Palestinian Farmer

In the Brooder
Oct 21, 2018
10
24
34
Hello everybody, I just had a crazy idea, and I wanted to run it through you guys:-

Introduction: I have a large farm of mostly olive trees, fig trees, pomegranate trees, and guava trees.
The trees are planted in rows, and there is a 6 m (20 ft) between each tree. I currently plant vegetables in the area between the trees.

The crazy idea:
Step 1: make 1 m (3 ft) wide , 40 m (130 ft) long raised bed between each row of trees
Step 2: divide that long raised bed from the middle so each half is 20 m long.
Step 3: make raised bed cover similar to this one https://goo.gl/images/454FKQ
the frame would be 1 m wide, 20 m long, and 1 m tall. And it can be dragged to the other half of the raised bed. It will be equiped with roosting bars, and nesting buckets with a back door so eggs can be harvested from outside, and cover some areas with leather/wool to provide shade/warmth if needed.
Step 4: put 20-25 chickens in the covered half of the bed. Plant the other half with vegetables.
Step 5: throw dry leaves, food scraps, charcoal, wood ash, etc... to the chickens so they create compost.
Step 6: after 6 months, move the cover to the other half, where there will be the leftovers of the previous crop, and plant the other half that was tilled and fertilized by the chickens.
And the cycle continues, ideally I want to do this between each row of trees, but if you guys give me the approval, I will start with 1 raised bed per month.

What are your thoughts ?
 

Palestinian Farmer

In the Brooder
Oct 21, 2018
10
24
34
I use my empty beds during winter to make a covered hideout (from hawks) my chickens love it and they do wonders for next years plants. I would wonder about protection from rain or storms or the sun. Perhaps tarp a section of the hoops or build little moveable boxes. I think it’s a good idea.
Thank you MissChic for the response. And I live in a Mediterranean climate, so we don’t have harsh weather, but you’re right, I will add something that will protect them from the sun and the rain.
 

Alaskan

The Frosted Flake
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Hello everybody, I just had a crazy idea, and I wanted to run it through you guys:-

Introduction: I have a large farm of mostly olive trees, fig trees, pomegranate trees, and guava trees.
The trees are planted in rows, and there is a 6 m (20 ft) between each tree. I currently plant vegetables in the area between the trees.

The crazy idea:
Step 1: make 1 m (3 ft) wide , 40 m (130 ft) long raised bed between each row of trees
Step 2: divide that long raised bed from the middle so each half is 20 m long.
Step 3: make raised bed cover similar to this one https://goo.gl/images/454FKQ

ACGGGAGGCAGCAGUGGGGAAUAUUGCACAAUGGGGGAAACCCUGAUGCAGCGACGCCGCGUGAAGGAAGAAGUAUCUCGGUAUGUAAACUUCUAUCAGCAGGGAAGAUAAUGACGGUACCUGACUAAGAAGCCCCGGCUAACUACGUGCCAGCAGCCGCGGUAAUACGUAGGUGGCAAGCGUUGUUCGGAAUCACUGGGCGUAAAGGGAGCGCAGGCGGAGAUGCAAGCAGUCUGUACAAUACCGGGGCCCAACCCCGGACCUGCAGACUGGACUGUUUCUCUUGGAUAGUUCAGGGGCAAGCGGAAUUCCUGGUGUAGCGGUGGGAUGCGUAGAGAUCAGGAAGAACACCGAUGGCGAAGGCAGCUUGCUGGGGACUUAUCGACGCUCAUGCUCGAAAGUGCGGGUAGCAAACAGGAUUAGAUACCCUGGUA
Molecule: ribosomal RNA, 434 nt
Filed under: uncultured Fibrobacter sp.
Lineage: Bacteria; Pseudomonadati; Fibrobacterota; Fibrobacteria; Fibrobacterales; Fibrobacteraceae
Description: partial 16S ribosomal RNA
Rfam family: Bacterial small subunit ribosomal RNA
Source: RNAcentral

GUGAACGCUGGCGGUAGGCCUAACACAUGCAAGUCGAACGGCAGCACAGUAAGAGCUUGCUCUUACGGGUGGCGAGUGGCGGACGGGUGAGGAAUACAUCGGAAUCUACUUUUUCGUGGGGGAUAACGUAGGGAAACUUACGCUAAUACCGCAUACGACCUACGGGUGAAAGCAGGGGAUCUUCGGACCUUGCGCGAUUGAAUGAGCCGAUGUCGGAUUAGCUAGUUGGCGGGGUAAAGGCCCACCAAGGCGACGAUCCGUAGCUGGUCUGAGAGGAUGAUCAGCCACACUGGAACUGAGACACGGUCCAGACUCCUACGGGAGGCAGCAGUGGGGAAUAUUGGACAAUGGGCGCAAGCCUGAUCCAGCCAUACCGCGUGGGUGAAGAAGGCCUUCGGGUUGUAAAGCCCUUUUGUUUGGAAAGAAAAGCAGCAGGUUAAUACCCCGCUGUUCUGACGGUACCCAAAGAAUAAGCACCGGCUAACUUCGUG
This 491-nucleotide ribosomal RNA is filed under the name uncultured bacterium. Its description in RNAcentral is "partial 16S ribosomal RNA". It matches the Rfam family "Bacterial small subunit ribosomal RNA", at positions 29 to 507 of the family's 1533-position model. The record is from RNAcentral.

the frame would be 1 m wide, 20 m long, and 1 m tall. And it can be dragged to the other half of the raised bed. It will be equiped with roosting bars, and nesting buckets with a back door so eggs can be harvested from outside, and cover some areas with leather/wool to provide shade/warmth if needed.
Step 4: put 20-25 chickens in the covered half of the bed. Plant the other half with vegetables.
Step 5: throw dry leaves, food scraps, charcoal, wood ash, etc... to the chickens so they create compost.
Step 6: after 6 months, move the cover to the other half, where there will be the leftovers of the previous crop, and plant the other half that was tilled and fertilized by the chickens.
And the cycle continues, ideally I want to do this between each row of trees, but if you guys give me the approval, I will start with 1 raised bed per month.

What are your thoughts ?
That will work well.

You might need to adjust the amount of birds kept inside.

But, really you are just making a chicken tractor kind of thing.

When you move the chickens off, till in the poo well, and give it one good soaking. If you no longer smell ammonia, it should be OK.

I let my birds stay in my greenhouse all winter, then they leave and I plant in the poo filled soil in the spring. I soak the ground thoroughly, AND transplant the seedlings. So, the seedlings have a bit of poo free soil around them, with which they are transplanted.

If the seedlings are transplanted with little to no clean soil they do suffer from nitrogen burn.

After a month of my transplants growing in the soil... and all of that watering, I can direct seed.

So.... you will need to experiment a bit to see what works for you.
 

Palestinian Farmer

In the Brooder
Oct 21, 2018
10
24
34
That will work well.

You might need to adjust the amount of birds kept inside.

But, really you are just making a chicken tractor kind of thing.

When you move the chickens off, till in the poo well, and give it one good soaking. If you no longer smell ammonia, it should be OK.

I let my birds stay in my greenhouse all winter, then they leave and I plant in the poo filled soil in the spring. I soak the ground thoroughly, AND transplant the seedlings. So, the seedlings have a bit of poo free soil around them, with which they are transplanted.

If the seedlings are transplanted with little to no clean soil they do suffer from nitrogen burn.

After a month of my transplants growing in the soil... and all of that watering, I can direct seed.

So.... you will need to experiment a bit to see what works for you.

That’s interesting, and honestly the point you mentioned about burning the plants was the only thing discouraging me from this system, and the reason I started this thread. But I currently have a deep litter system, and I’m very liberal with adding dry leaves and other high carbon sources, and since starting that system I forgot how ammonia smells like, all i smell is a dark rich soil which actually gave me the idea of the proposed system to be more efficient and cost effective.
 

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